Contributors

Agent

Created

Date Created
2011

149857-Thumbnail Image.png

Craft production and socio-economic marginality: living on the periphery of urban Teotihuacan

Description

This dissertation investigates socio-economic strategies adopted by a small craftworking community situated on the edge of one of the earliest, largest and most complex cities in Mesoamerica. The focus of investigation is San Jose 520, a hamlet located on the

This dissertation investigates socio-economic strategies adopted by a small craftworking community situated on the edge of one of the earliest, largest and most complex cities in Mesoamerica. The focus of investigation is San Jose 520, a hamlet located on the southeastern margin of Teotihuacan and occupied primarily during the Tlamimilolpa and Xolalpan phases (ca. A.D. 200-500). Its inhabitants were potters of low socio-economic status living in small, architecturally simple residential structures. The investigation complements much more numerous studies of higher-status groups residing in Teotihuacan's famous apartment compounds, much larger and architecturally more formal structures clustered primarily within built-up parts of the city. The founding residents of San Jose 520 might have initially been immigrants, arriving at Teotihuacan after most of the city was already filled in and occupied, and therefore settling in a spatially marginal area with limited potential for farming. Archaeological field and lab investigations demonstrate that they adopted ceramic production as a strategy of economic survival in a competitive urban system. They specialized in the manufacture of the outcurving bowl--a vessel widely used at Teotihuacan for food service and certain ritual activities. At smaller scales of production, these potters also made other types of serving and ritual vessels and figurines. Evidence relating to mortuary and domestic rituals indicates participation in a number of the rituals typical of other sectors of Teotihuacan society, but not all. The most general goal of this investigation is to improve understanding of how socially and spatially marginal peoples possessing low economic status developed and exploited viable economic niches in pre-industrial urban systems. The San Jose 520 potters appear dynamic in their economic adjustment--in part by enhancing their production system over time through the adoption of various specialized pot-making tools (some as yet undocumented for Teotihuacan), and to some extent by modifying their product line, they survived for many generations. Nevertheless, they never succeeded in significantly raising their economic status; at the time of their apparent disappearance sometime in the Xolalpan phase, these potters and their households continued to constitute a case study of urban poverty in a massive pre-industrial city.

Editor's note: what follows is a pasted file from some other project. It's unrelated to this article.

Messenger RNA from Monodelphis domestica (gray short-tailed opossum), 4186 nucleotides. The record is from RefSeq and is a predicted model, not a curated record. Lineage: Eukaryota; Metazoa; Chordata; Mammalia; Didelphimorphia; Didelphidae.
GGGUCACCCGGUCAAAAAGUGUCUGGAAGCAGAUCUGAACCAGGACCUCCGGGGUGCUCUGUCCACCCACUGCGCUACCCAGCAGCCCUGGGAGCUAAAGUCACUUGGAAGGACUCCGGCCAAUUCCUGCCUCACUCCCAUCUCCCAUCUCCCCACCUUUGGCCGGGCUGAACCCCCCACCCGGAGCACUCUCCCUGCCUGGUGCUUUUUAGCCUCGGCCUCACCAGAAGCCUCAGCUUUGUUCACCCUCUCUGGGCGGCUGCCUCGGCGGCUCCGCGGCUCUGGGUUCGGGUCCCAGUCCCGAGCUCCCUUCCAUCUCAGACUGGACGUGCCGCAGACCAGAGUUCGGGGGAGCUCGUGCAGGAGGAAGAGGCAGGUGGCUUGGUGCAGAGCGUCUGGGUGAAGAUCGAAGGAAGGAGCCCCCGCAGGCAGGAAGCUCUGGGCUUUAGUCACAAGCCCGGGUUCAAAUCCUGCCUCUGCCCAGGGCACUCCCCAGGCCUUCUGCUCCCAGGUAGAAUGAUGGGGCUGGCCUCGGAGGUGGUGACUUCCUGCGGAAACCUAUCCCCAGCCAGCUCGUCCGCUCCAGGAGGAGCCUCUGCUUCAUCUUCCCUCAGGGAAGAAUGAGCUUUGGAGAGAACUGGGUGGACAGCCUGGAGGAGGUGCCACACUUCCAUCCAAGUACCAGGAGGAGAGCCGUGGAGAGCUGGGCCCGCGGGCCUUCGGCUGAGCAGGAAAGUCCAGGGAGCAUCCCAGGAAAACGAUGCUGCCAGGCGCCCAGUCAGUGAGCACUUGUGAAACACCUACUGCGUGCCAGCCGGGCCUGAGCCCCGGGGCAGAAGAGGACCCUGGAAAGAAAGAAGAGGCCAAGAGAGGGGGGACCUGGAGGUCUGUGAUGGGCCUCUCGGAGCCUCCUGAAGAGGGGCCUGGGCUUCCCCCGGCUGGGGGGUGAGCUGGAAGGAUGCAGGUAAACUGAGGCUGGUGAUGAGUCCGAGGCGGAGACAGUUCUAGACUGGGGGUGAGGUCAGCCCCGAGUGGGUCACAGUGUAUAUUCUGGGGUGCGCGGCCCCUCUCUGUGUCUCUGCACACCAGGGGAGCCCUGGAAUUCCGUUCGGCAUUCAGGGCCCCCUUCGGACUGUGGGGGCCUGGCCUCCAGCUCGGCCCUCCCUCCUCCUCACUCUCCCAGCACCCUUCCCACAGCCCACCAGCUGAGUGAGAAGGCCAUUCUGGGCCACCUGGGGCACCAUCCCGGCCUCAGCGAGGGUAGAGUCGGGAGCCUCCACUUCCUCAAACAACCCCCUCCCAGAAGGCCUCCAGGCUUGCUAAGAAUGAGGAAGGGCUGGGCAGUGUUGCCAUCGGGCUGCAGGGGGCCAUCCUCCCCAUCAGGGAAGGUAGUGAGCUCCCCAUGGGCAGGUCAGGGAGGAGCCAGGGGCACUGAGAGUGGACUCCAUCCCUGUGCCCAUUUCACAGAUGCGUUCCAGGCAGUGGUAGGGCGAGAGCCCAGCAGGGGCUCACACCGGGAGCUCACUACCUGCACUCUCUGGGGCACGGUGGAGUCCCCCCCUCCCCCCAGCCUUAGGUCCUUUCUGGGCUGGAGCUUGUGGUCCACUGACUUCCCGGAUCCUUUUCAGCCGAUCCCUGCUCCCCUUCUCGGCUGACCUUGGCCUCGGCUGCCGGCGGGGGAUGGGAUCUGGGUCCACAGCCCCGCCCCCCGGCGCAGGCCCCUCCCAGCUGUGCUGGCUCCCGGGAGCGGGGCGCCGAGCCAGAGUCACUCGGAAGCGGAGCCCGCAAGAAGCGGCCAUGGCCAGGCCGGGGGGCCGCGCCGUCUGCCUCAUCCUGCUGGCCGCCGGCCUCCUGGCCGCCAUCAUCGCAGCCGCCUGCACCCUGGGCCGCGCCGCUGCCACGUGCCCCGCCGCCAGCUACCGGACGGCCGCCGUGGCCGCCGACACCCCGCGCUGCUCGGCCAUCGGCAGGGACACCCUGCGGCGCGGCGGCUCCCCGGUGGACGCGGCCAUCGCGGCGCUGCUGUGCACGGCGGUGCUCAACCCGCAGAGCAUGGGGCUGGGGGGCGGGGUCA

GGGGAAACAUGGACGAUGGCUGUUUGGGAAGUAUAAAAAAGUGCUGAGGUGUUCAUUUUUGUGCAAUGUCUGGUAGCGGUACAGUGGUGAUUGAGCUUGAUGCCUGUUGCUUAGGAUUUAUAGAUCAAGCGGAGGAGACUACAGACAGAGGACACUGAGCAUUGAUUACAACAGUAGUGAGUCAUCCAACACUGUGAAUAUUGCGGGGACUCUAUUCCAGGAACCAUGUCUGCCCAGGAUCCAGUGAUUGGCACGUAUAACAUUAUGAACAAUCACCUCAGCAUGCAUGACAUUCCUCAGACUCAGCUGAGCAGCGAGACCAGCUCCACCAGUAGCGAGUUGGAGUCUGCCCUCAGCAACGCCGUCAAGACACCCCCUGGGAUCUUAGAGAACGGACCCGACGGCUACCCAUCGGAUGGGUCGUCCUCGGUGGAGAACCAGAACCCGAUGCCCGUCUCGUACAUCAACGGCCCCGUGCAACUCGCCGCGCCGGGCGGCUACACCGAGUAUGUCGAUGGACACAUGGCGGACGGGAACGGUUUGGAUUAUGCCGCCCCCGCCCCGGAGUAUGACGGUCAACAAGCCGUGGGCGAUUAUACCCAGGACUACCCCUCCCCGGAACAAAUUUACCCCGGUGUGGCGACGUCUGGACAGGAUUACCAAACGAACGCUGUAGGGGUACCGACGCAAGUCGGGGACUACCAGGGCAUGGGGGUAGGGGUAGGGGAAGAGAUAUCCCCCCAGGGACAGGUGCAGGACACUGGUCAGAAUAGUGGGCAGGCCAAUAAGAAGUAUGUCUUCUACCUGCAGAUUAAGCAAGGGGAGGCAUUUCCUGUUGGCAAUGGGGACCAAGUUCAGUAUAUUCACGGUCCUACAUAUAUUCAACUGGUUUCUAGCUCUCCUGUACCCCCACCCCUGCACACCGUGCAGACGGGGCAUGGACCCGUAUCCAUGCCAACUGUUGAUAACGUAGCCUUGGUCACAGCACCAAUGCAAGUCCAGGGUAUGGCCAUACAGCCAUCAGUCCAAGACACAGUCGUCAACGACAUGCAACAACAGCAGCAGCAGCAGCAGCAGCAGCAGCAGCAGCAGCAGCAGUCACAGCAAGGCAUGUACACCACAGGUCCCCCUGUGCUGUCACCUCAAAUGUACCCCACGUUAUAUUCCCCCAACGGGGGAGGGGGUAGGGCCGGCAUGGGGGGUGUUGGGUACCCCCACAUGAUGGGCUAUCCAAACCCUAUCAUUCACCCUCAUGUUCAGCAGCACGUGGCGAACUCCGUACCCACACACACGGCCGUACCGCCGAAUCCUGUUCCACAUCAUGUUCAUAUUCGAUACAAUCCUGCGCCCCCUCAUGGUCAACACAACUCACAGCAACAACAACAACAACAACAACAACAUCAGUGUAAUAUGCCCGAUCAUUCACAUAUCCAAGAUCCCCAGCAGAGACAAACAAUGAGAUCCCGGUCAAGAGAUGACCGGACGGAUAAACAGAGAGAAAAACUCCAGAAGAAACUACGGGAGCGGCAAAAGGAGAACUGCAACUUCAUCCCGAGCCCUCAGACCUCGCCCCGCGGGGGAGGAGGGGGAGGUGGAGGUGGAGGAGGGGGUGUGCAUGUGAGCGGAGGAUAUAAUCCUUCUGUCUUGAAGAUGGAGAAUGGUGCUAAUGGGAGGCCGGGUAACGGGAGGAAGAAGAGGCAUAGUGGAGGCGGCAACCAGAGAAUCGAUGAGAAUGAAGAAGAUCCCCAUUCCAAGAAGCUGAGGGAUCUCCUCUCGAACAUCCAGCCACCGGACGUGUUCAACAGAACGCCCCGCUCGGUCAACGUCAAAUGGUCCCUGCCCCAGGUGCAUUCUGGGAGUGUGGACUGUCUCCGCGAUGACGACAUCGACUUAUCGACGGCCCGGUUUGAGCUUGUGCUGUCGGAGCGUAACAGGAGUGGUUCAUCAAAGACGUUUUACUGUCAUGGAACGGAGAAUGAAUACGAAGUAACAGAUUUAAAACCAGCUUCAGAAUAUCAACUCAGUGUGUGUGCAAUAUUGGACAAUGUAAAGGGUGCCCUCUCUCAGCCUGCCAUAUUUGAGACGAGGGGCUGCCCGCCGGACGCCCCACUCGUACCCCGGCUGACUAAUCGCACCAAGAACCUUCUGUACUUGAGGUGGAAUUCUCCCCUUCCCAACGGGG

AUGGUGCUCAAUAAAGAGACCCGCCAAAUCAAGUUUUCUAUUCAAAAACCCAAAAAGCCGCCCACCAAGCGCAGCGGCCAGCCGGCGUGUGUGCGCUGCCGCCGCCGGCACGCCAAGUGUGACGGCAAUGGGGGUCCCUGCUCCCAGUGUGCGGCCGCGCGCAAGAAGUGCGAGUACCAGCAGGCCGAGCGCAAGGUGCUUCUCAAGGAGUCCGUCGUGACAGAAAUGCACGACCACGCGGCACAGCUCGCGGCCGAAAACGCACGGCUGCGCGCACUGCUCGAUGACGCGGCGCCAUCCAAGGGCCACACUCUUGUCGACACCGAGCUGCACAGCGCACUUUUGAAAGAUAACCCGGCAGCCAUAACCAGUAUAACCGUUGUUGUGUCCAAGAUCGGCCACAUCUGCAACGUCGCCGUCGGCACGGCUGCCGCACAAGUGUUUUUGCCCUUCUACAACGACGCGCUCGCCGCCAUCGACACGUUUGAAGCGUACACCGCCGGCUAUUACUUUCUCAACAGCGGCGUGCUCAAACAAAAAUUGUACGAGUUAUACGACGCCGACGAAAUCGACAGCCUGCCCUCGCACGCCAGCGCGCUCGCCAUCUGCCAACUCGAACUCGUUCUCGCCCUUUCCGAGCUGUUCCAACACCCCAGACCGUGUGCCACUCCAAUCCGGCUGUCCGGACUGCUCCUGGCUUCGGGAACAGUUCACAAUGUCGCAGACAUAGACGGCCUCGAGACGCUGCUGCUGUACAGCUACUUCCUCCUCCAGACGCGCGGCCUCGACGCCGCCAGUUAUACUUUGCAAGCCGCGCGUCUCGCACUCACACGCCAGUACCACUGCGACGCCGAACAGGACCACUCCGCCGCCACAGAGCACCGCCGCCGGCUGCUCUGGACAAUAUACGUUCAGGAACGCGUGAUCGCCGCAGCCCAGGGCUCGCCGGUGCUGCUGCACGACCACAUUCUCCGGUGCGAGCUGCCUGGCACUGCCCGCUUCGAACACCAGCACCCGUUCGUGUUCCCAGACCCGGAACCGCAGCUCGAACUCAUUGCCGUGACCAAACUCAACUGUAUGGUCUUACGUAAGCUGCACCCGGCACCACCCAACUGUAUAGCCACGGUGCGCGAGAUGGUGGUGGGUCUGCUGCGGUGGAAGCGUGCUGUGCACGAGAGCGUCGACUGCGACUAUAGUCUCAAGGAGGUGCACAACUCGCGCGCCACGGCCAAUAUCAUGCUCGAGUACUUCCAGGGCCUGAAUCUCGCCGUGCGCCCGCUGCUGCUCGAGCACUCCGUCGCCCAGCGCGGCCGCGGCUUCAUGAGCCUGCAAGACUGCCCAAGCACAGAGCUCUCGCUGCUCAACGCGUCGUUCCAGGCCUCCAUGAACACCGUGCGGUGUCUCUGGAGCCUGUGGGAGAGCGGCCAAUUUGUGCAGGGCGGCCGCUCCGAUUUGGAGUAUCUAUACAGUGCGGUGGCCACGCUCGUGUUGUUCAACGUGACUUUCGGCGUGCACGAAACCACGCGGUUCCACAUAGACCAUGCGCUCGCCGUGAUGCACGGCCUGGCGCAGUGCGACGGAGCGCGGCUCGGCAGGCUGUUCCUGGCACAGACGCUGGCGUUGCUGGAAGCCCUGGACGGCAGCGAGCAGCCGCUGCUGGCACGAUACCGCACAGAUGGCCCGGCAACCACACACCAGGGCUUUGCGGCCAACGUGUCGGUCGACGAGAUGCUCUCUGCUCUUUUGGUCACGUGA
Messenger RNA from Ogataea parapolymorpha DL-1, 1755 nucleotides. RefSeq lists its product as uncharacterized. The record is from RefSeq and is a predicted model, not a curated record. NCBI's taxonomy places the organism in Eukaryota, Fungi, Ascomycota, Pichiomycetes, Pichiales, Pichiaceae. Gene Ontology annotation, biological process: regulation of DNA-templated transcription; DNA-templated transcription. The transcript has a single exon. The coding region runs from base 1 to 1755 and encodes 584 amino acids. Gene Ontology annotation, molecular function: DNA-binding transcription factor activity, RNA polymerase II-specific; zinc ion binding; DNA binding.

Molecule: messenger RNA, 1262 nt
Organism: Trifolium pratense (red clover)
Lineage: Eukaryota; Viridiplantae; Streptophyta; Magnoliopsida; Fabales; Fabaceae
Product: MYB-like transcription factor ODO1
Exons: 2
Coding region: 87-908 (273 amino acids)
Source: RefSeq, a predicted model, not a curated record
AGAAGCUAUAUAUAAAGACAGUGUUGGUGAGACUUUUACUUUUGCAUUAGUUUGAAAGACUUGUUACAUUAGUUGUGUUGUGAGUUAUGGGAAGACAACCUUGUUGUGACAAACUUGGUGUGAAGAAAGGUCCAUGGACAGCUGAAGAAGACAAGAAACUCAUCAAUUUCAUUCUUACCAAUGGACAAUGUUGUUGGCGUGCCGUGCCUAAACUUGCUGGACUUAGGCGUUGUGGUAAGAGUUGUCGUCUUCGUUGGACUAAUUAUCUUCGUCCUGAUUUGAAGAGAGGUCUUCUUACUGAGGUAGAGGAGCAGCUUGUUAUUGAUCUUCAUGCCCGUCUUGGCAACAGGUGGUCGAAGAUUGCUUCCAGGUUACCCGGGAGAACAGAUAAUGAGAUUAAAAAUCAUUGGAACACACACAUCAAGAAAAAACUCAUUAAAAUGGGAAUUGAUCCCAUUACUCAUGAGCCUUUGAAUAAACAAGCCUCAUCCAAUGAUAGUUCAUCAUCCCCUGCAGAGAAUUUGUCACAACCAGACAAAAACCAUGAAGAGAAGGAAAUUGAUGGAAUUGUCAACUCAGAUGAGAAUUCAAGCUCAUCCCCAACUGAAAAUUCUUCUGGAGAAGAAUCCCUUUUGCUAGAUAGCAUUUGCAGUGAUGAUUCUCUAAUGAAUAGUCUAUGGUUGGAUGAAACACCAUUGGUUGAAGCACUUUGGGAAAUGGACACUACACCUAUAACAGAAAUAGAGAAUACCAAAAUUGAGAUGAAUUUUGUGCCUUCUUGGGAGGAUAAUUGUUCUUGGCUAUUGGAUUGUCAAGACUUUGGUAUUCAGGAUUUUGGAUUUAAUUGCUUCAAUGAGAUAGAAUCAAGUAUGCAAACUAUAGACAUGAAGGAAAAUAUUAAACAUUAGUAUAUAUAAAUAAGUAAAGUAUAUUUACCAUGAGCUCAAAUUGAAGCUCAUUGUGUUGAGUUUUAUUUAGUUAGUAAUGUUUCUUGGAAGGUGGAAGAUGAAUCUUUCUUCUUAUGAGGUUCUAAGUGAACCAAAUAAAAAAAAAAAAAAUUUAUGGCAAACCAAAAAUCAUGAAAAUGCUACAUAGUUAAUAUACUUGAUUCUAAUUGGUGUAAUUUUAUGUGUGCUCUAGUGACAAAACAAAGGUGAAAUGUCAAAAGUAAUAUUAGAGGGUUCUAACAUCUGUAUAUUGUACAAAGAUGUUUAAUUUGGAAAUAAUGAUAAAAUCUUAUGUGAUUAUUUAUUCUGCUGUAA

Contributors

Agent

Created

Date Created
2011